Narrow Gauge Railway Complex

Unique-narrow gauge railway complex of the 20th century has a historical architectural and landscape value.

“Siaurukas” is a railway of the gauge 750 mm, the longest in Europe and one of the most unique objects of our country’s heritage, thus extant sections of the narrow gauge railway are protected as a cultural value. Lithuania has 158.8 km of 750 mm (2 ft 5 12 in) narrow-gauge railway lines remaining, although only 68.4 km of them (serving five stations) are regularly used, employing 12 locomotives. They are included in the Registry of Immovable Cultural Heritage Sites of Lithuania.

Narrow gauge railway line reached Biržai in 1921-1922, when the railway section Biržai-Gubernija had been extended. This was the first section of the narrow gauge railway built with the Lithuanian state's own funds. 

During the Year of Independant Lithuania, 467 km of narrow gauge railway was built. It transported forest material for export, quartz sand, livestock, flax, beets, food supplies. Adults went to work by train and children - to school. On weekends, the train was full of berry pickers and mushroom pickers, and in winter - skiers. Until the Šiauliai City (Gubernija line final stop), the train stopped in 16 train stations.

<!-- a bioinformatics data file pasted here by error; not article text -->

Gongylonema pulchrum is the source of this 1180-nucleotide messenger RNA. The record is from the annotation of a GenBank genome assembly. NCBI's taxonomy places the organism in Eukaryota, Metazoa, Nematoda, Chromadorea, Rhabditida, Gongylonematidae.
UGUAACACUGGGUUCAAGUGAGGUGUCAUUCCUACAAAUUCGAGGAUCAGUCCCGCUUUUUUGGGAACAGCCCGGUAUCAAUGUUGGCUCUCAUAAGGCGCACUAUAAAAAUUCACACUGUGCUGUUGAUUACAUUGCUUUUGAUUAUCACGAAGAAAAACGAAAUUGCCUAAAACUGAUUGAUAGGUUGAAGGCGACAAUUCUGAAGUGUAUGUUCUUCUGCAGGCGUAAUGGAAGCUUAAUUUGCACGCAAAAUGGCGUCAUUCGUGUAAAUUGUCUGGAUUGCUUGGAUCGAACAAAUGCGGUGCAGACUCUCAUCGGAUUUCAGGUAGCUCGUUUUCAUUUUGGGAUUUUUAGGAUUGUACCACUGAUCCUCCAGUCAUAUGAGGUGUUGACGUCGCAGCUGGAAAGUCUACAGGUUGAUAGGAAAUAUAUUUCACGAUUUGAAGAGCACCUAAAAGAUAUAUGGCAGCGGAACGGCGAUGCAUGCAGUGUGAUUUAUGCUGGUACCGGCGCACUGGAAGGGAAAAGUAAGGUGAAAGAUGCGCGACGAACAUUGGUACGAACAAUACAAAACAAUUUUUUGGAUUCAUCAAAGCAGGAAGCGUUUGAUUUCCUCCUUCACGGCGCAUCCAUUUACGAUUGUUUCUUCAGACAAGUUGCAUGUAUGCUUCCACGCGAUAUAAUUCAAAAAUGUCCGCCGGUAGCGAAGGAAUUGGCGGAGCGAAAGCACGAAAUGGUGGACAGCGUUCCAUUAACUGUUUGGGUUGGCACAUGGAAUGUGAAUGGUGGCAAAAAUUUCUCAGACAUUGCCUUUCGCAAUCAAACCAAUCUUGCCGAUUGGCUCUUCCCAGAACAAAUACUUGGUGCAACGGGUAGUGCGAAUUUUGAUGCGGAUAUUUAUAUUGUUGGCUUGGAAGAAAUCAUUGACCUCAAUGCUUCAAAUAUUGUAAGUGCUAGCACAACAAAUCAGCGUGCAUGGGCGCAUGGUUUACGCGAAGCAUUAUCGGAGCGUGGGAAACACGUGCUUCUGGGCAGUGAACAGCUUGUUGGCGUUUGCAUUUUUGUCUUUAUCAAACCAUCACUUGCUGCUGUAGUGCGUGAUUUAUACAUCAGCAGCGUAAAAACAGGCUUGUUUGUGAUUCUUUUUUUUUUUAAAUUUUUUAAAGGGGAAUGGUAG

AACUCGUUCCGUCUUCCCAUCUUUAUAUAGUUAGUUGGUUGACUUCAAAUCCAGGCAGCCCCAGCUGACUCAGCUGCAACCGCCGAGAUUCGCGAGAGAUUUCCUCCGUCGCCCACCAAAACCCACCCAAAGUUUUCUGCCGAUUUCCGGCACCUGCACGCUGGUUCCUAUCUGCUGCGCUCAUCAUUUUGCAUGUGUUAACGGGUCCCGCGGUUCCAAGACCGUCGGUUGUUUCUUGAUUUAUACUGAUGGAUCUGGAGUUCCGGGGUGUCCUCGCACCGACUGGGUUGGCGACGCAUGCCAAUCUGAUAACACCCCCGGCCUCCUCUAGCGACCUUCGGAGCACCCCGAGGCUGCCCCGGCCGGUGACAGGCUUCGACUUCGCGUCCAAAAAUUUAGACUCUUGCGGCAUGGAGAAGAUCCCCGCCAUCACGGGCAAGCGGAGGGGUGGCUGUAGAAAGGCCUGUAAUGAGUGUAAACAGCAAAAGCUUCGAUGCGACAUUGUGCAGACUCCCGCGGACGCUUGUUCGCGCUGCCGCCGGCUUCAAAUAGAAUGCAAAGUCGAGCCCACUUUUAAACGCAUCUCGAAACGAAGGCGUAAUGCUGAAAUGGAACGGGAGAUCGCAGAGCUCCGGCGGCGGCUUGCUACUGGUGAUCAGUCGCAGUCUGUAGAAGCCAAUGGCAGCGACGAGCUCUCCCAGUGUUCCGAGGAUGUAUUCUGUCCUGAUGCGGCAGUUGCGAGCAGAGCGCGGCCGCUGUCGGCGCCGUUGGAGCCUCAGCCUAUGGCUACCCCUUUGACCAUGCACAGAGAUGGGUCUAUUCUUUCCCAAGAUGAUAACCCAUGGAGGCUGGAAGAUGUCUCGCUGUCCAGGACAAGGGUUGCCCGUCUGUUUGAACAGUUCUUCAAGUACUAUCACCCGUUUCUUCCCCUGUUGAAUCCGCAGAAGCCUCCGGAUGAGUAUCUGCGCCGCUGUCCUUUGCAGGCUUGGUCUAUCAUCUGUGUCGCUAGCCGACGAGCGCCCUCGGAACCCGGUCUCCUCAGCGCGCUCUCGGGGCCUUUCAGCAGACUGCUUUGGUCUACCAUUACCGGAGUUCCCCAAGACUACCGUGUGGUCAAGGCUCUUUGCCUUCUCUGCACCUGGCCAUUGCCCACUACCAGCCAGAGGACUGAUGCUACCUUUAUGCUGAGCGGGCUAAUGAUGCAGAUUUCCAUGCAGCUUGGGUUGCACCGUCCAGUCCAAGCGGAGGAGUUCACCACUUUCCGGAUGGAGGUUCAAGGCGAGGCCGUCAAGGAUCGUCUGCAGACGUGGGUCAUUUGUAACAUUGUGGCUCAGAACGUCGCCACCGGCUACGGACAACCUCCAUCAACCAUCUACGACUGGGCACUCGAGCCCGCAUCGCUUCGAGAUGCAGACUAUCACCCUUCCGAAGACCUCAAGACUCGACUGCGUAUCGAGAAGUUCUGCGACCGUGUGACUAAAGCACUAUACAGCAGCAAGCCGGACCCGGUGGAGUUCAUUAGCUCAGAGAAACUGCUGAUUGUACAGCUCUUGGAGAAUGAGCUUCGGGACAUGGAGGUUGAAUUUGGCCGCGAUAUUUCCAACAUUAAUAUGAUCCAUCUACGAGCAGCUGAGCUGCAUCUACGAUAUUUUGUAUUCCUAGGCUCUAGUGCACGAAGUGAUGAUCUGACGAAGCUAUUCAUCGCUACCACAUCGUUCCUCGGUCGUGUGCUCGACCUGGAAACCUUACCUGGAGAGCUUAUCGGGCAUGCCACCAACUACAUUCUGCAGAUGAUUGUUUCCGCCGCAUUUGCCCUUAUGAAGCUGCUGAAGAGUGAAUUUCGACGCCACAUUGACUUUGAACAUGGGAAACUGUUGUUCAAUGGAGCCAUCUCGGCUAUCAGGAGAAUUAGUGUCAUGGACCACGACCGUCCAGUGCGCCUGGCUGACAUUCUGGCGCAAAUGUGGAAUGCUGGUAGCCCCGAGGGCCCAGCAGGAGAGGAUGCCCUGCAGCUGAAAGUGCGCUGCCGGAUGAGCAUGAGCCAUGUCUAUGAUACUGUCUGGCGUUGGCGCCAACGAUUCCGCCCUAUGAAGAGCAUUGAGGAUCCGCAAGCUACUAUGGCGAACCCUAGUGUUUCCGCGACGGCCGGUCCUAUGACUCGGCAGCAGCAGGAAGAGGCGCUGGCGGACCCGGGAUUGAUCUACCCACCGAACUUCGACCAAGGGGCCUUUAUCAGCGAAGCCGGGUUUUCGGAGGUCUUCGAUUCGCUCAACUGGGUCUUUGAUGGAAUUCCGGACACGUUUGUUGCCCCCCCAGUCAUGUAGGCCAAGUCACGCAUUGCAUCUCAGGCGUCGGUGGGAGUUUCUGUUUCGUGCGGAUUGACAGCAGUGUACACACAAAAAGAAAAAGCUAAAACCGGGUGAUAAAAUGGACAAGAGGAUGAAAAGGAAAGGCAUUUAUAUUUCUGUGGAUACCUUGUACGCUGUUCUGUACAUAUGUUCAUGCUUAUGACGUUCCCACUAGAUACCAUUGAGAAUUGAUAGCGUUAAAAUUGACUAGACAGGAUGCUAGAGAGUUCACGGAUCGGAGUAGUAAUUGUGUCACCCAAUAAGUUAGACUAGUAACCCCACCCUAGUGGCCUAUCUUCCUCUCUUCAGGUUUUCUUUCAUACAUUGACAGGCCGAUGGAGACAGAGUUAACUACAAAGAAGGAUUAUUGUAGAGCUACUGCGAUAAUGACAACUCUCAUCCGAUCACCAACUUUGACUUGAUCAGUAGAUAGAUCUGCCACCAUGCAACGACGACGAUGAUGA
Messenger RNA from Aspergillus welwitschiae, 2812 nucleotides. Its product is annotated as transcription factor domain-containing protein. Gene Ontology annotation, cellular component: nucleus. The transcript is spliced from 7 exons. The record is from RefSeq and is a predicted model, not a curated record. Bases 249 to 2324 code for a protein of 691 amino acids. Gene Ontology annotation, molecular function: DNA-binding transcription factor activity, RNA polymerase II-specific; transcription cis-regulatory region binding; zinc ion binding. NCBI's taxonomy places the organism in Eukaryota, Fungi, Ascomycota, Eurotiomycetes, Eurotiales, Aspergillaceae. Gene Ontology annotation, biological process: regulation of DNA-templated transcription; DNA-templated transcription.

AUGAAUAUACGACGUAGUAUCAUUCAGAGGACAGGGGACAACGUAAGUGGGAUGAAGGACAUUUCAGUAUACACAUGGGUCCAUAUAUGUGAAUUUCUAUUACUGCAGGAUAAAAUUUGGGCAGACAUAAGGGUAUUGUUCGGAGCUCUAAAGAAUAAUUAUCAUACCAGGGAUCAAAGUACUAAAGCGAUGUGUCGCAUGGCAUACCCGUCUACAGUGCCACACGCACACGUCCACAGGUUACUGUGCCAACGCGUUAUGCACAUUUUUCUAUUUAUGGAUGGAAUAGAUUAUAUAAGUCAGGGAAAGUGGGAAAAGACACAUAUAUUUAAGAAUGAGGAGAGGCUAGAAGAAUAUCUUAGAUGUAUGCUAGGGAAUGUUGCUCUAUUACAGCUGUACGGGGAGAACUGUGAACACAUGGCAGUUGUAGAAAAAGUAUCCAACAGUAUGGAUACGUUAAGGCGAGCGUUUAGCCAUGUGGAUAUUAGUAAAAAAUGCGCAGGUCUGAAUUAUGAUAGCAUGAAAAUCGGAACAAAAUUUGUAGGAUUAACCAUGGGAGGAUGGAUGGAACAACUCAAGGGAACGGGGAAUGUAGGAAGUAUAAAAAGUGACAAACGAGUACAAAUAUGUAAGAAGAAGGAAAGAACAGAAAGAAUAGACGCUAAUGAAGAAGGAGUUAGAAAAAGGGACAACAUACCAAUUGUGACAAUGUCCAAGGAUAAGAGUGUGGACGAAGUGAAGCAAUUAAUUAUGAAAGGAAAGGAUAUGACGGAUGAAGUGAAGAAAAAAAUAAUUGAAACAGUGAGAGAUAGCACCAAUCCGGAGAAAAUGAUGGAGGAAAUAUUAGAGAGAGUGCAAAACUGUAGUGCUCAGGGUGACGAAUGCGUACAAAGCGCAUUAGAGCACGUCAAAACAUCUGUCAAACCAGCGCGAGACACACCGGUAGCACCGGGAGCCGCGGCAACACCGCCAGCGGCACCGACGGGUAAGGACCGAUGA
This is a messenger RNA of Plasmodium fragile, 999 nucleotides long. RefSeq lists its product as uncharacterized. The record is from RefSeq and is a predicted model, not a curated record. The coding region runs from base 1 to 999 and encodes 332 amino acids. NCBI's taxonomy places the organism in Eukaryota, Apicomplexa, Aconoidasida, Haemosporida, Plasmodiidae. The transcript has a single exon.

In 1922, a passenger, for a kilometer traveled in the first class wagon was charged 7.20 Lithuanian auksinas (German ostmarks), and for the third class - 1.80 Lithuanian auksinas. 

During the Second World War, narrow gauge railway became militarized. It also was used for taking the "state enemies" in simple livestock wagons, to forced exile in Siberia. After the war, the prospects for the restoration and development of the narrow gauge railway became very vague. The future of Lithuanian railways was determined by the goals of the Soviet economy and politics.

From 1945 to 1980, more than 400 km of 20 narrow gauge railway sections were closed. The Biržai - Joniškėlis and Joniškėlis - Panevėžys sections, which had a slightly higher cargo turnover, remained the longest. There were 3 trains coming to Biržai: 2 freight and 1 passenger trains. With the expansion and development of road transport, the narrow gauge railway became economically unstable. In 1988 passenger transportation stopped. In 1996, in the time of Independent Republic of Lithuania, the narrow gauge railway line to Biržai was completely closed. 

Today, Narrow Gauge Railway Complex consists of the depot and station buildings, water-supply tower, and the old railway section. Later, as a testement for its glorious days, a newly repainted locomotive has been brought. 

Photo dredit: Remis art photography

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